In regards to its immigration measures, the EO orders the Secretary of State, the Attorney General, the Secretary of Labor, and the Secretary of Homeland Security to propose new rules and guidance reducing fraud and abuse in the hiring of immigrant workers. Additionally, the above agency heads will need to suggest reforms to the current H-1B visa program to ensure “visas are awarded to the most-skilled or highest-paid” immigrant workers.
What this means for DHS
DHS is impacted by both sections of the EO. DHS must now complete an annual reporting requirement that assesses whether they are adhering to Buy American laws in its purchases and acquisitions. Additionally, DHS is to have a more active role in developing the policies and procedures that will be suggested as reforms to the existing H-1B Visa program.
Responses to the EO from industry and media has been divided. The New York Times, has quoted Robert D. Atkinson, President of the Information Technology and Innovation Foundation, saying the move to make hiring foreign workers through the H-1B visa program more difficult will be “counterproductive”. He further states that “companies would go offshore, like Microsoft did with Vancouver, Canada” to seek talent. Contrarily, Fox News, has presented the content of the EO signed by President Trump as a softening of his campaign rhetoric, in which he promised to end the H1B Visa program “forever”.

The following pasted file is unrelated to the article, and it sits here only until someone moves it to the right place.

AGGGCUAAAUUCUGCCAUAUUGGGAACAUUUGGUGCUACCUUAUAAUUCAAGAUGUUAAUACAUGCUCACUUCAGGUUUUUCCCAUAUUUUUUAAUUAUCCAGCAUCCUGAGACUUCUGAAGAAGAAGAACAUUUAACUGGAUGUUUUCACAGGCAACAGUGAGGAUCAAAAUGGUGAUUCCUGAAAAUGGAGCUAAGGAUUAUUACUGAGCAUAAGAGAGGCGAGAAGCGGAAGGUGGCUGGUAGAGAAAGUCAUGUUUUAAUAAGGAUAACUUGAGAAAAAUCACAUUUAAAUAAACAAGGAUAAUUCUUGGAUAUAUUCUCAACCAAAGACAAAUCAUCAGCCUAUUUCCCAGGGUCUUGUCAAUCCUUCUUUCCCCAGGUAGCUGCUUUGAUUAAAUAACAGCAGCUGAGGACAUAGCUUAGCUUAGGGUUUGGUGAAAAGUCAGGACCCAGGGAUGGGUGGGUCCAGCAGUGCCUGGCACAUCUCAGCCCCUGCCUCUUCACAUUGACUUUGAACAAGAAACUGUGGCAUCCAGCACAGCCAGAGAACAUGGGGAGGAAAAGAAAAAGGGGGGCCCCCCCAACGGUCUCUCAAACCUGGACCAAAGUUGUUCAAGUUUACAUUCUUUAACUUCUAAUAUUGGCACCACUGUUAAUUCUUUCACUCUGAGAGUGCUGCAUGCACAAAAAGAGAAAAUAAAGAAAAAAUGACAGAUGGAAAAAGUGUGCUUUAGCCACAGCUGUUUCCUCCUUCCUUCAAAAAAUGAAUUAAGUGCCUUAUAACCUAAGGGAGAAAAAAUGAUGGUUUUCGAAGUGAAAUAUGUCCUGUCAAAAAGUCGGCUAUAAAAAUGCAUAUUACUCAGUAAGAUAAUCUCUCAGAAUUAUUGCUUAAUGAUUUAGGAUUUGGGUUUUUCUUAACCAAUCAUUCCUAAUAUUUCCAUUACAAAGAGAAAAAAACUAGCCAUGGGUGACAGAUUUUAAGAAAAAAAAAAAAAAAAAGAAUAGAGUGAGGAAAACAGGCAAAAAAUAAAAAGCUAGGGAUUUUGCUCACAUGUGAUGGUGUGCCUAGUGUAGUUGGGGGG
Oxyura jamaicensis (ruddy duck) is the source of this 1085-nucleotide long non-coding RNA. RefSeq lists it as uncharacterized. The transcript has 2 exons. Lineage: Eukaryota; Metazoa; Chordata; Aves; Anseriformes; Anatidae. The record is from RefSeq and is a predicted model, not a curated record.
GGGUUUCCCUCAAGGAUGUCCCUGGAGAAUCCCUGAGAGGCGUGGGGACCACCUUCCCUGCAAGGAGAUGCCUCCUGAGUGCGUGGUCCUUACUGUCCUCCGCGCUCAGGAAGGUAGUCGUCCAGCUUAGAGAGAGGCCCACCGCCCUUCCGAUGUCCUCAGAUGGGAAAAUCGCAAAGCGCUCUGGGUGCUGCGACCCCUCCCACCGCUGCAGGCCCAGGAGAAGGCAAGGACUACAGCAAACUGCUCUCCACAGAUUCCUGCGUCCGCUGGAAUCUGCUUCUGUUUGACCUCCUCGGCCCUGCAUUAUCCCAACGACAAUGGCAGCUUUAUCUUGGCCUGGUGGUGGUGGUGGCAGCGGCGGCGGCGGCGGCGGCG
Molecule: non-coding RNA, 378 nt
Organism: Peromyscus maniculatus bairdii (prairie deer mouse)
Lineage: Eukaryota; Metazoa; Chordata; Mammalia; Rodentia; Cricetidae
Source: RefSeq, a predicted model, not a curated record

Some have acknowledged potential abuses of the H-1B visa program. Daniel Costa, Director of immigration law and policy research at the Economic Policy Institute, is quoted in an NPR article stating that “employers are not required to recruit and try to hire U.S. workers before they hire an H-1B worker”, and “a big share of the visas are actually going to IT outsourcing companies”, which are often following a business model that “are paying the lowest wages to H-1Bs.”. He concludes that “There's some things that the Trump administration could do at the margins that might help clean up some of the worst abuses in the program”.